One thought leading inevitably – if you’re me – to the following…
I wrote a while back about how in Southern California, the abrupt loss of a pair of sunglasses… well, in terms of emotional upsettedness, “Where’s my sunglasses!?!” is the distressing equivalent of “Where’s the baby?!?”
I know. It’s sunglasses.
But it’s true. The “Anxietometer” is through the roof. (Italics included for easier reading.)
A couple of days later, my brain alerted me to a paralleling response to an item of personal apparel towards which a similar assiduous attention was always applied:
The TV and movie…
(And possibly the actual ones as well.)
In the arena of head coverings, only the Orthodox Jew rivals the cowboy in proscribing the uncovered head. For both, the unswerving rule is: No Exceptions.
(Okay, one exception for cowboys – when they recruit their hats at waterholes to drink out of.)
There is no necessity for wearing a hat indoors… unless you’re a cowboy, or an observant practitioner unsure when he’ll experience an ecstatic impulse to burst into prayer. Setting the miniscule number of Orthodox cowboys aside, despite no reasonable concerns regarding “indoor sunstroke”, the non-Orthodox cowboy still regards a separation from his headwear as unthinkable as entering a saloon without wearing his pants. Or taking them off and hanging them up on a “Pants Rack” after he does. Or checking them and receiving a ticket, which he can later return to redeem your pants. Saloons do not provide such a service. Not for hats; not for pants.
A cowboy and his hat are never parted. Did you ever notice – I don’t know if you even watch westerns, but did you ever notice if you do – a cowboy gets involved in an extended fistfight, and a surprising number of times, throughout the elaborate donnybrook,
The man’s hat never falls off.
He gets knocked down, he’s somersaulting backwards over tables, he crashes through windows into the street –
His hat remains impeccably in place.
And when it does uncharacteristically fall off…
The barroom brawl could last minutes. His shirt’s in shreds, his ribs are broken, rivers of blood streaking his countenance, he’s so profoundly exhausted he can barely stand up.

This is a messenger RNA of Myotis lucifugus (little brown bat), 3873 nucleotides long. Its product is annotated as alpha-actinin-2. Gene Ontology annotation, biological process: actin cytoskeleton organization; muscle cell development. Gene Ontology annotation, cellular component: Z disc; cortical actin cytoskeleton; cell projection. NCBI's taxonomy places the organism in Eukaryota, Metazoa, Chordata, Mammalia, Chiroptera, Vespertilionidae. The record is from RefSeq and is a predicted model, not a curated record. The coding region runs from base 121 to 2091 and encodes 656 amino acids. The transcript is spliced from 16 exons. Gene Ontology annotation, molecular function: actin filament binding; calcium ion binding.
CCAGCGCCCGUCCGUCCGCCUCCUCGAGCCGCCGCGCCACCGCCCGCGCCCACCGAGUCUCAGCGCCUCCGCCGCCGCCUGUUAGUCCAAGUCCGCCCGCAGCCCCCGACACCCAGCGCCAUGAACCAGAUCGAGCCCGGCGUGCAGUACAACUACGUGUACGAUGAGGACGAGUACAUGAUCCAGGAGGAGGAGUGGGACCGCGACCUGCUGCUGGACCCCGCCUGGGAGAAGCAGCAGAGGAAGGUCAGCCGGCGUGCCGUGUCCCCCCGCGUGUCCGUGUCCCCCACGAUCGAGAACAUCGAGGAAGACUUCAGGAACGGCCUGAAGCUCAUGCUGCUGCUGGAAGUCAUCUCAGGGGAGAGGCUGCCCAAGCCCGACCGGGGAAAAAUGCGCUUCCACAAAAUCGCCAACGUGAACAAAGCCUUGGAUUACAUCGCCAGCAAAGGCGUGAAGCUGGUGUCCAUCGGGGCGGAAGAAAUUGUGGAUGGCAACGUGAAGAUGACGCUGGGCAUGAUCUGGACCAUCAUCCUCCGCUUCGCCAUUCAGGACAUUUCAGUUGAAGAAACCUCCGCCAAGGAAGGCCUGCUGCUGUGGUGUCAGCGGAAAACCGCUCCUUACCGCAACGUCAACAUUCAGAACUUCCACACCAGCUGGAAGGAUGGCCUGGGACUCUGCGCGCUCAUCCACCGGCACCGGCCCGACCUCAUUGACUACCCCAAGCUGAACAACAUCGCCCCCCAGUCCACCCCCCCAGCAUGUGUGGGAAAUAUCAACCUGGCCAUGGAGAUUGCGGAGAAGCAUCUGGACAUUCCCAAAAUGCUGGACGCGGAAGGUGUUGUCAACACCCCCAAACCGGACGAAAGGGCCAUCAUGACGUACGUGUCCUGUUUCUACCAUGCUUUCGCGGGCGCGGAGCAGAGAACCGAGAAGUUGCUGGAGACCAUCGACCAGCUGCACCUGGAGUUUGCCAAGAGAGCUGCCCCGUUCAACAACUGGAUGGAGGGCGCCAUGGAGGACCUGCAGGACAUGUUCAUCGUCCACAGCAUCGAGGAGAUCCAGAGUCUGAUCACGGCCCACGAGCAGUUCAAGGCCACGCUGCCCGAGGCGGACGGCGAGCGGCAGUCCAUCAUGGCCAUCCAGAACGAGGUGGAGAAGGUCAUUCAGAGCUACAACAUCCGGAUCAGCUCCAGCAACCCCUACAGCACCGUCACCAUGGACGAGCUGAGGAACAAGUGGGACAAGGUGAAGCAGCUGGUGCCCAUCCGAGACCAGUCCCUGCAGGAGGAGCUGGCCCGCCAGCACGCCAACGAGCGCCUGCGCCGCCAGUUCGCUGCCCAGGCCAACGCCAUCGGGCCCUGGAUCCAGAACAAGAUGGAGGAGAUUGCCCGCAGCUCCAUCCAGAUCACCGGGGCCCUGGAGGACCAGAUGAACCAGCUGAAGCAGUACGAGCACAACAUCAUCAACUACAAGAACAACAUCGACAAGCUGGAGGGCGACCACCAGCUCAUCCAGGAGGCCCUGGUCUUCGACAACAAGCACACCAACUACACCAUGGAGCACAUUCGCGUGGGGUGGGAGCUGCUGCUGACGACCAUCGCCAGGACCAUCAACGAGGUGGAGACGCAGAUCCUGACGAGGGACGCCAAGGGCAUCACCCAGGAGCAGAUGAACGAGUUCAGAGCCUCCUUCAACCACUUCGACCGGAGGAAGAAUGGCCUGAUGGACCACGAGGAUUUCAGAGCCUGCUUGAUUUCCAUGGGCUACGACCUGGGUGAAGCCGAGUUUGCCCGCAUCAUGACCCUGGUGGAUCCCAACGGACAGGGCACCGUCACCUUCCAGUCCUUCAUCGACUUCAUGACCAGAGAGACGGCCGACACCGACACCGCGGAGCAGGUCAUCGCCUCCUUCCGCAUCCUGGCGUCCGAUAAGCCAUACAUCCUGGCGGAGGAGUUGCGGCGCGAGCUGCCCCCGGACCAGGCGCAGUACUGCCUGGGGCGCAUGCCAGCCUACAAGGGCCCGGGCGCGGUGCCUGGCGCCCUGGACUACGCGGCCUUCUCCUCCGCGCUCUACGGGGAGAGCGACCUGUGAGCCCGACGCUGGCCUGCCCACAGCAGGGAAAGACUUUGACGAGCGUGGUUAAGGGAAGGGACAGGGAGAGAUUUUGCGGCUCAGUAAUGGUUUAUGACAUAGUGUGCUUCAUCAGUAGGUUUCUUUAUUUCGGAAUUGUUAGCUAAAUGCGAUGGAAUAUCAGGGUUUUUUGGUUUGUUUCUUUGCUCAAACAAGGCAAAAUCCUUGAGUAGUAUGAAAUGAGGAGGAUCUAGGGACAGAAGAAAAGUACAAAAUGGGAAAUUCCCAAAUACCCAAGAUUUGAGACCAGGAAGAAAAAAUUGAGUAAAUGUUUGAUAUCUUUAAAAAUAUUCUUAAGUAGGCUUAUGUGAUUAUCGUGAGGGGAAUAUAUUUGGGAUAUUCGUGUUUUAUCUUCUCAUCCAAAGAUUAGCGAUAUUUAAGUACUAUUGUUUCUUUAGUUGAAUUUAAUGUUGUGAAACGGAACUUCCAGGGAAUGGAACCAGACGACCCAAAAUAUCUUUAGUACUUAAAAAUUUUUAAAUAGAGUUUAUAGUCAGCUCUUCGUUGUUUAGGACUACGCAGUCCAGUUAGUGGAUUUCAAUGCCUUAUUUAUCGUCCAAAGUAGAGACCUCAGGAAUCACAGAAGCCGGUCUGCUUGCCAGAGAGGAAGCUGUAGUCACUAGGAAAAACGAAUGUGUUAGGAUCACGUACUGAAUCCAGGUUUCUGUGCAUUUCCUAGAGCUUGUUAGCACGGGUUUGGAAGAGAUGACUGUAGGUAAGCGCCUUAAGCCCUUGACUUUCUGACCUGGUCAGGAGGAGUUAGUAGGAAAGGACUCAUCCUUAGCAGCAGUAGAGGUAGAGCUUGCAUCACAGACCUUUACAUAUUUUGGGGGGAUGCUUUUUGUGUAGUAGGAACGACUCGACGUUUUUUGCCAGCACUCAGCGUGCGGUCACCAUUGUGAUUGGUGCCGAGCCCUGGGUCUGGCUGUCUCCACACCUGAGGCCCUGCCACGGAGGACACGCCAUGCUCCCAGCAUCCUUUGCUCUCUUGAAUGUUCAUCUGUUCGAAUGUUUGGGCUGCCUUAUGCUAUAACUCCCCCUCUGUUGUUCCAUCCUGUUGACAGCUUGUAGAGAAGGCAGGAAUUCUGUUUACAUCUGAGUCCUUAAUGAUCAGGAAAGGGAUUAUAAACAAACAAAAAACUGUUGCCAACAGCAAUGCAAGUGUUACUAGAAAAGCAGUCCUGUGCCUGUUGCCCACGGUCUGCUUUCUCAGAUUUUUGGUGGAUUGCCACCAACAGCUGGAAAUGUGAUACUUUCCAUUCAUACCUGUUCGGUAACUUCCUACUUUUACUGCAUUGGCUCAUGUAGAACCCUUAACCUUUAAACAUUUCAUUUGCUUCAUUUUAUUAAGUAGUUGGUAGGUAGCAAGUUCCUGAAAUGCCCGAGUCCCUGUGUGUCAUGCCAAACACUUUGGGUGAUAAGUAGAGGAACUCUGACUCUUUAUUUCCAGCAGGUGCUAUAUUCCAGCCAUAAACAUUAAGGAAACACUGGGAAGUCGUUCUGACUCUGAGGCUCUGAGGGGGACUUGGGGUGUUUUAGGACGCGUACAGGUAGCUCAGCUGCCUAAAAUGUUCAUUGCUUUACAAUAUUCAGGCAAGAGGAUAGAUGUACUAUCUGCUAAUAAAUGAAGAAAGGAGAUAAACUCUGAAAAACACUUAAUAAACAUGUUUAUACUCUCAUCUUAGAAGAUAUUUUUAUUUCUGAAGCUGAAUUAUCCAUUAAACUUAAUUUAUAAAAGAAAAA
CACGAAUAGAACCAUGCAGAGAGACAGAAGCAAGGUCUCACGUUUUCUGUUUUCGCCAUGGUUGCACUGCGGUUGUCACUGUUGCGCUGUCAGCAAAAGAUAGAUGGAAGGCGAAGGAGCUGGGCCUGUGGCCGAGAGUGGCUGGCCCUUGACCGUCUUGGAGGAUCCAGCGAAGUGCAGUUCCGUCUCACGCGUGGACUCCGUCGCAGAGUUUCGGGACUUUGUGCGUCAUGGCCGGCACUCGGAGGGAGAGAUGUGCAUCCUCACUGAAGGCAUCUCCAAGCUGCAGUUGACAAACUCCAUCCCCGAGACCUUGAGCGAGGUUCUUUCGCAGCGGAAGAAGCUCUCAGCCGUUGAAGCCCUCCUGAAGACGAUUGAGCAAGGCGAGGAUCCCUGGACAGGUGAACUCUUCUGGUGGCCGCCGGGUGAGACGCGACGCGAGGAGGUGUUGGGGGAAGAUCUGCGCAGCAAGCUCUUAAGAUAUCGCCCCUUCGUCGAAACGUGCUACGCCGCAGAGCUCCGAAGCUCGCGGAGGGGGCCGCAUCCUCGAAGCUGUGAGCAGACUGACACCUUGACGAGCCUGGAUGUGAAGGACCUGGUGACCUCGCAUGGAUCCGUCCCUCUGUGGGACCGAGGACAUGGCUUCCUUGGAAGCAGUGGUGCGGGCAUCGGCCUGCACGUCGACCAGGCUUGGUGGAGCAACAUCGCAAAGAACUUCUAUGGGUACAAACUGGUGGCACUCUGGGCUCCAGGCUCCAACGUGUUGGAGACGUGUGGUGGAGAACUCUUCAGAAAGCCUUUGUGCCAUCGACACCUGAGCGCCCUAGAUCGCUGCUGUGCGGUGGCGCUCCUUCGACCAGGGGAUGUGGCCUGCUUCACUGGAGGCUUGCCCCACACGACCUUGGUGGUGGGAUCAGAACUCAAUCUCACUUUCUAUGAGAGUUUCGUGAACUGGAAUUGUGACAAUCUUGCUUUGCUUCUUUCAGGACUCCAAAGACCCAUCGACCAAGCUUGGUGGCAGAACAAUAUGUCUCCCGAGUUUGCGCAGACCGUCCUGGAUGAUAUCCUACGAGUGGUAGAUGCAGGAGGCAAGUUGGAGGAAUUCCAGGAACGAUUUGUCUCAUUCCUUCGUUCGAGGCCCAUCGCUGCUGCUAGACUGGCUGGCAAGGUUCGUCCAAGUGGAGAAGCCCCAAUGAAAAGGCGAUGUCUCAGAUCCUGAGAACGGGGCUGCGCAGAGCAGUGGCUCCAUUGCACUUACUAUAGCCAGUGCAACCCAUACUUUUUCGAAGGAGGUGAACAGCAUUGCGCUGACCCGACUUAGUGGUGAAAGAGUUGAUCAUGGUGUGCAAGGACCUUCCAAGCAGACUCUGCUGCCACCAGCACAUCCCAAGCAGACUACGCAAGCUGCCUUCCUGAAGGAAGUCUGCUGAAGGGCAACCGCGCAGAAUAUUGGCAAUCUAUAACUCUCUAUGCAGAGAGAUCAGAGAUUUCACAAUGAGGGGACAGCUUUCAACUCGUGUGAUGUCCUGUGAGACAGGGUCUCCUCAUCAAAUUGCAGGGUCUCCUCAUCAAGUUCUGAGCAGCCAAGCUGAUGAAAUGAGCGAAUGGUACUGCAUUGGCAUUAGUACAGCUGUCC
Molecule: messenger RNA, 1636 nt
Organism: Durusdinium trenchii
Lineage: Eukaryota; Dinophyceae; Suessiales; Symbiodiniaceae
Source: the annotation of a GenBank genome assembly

The fight comes to an end and it’s
“Where’s my hat?”
That’s all he cares about.
“You better have ‘Doc’ check you out.”
“I will. Right after I find my hat.”
The man’s entirely obsessed with his hat. The doctor’s patching him up, he’s like,
“Could it have fallen behind the bar?”
Here’s how much cowboys care about their hats. They’ll endure humiliation and shame to insure total security. I mean, think about it.
“What’s that under you chin, cowboy?”
“What’s it fer?”
“It keeps my hat from blowing away.”
A string to keep you from losing your hat. That’s like little kids with their mittens safety-pinned to their sleeves. You can get punched out for that when you’re six! I probably was.
Imagine being the first cowboy inaugurating “The String”, the Jacques Plante of frontier hat-wearers. Sorry, either you’ll get that or you won’t.
Like with all sartorial innovations, it required a major superstar to break the ice. Remember Clark Gable wearing an undershirt in It Happened One Night and then everyone wore one? It was the same with “The String.”
The first cowboy to wear a hat-securing device under his chin was the immortal “Hopalong” Cassidy. After that, it was Roy Rogers, “King of the Cowboys”, paving the way for cinematic lesser lights like “Lash” Larue and “The Cisco Kid.”
Some hardliners scoffingly rejected “The String”, identifying the procedure with “womenfolk”, fastening their flowered bonnets under their chins with satin bows. The strings could be made of tough rawhide, but in their minds, anything tied in a bow was inarguably “girly.”
(Note: There is no record of any owlhoots-chasing cowboy, having his hat blow off and the attached string choking them as they galloped along. I’d have paid a nickel to see that happen just once, if I’d had any idea where to forward the money.)
When I was a kid, there was this “B” western anthology series on TV hosted by “Cactus” Jim, and every time they would break for commercial, old “Cactus” Jim’d pull himself away from the fence post he was leaning against and say, “I gotta water the horses. I’ll be right back.”
I gotta water the horses. I’ll be right back.
Man, I always wanted to “Cactus” Jim.
I guess if you live long enough…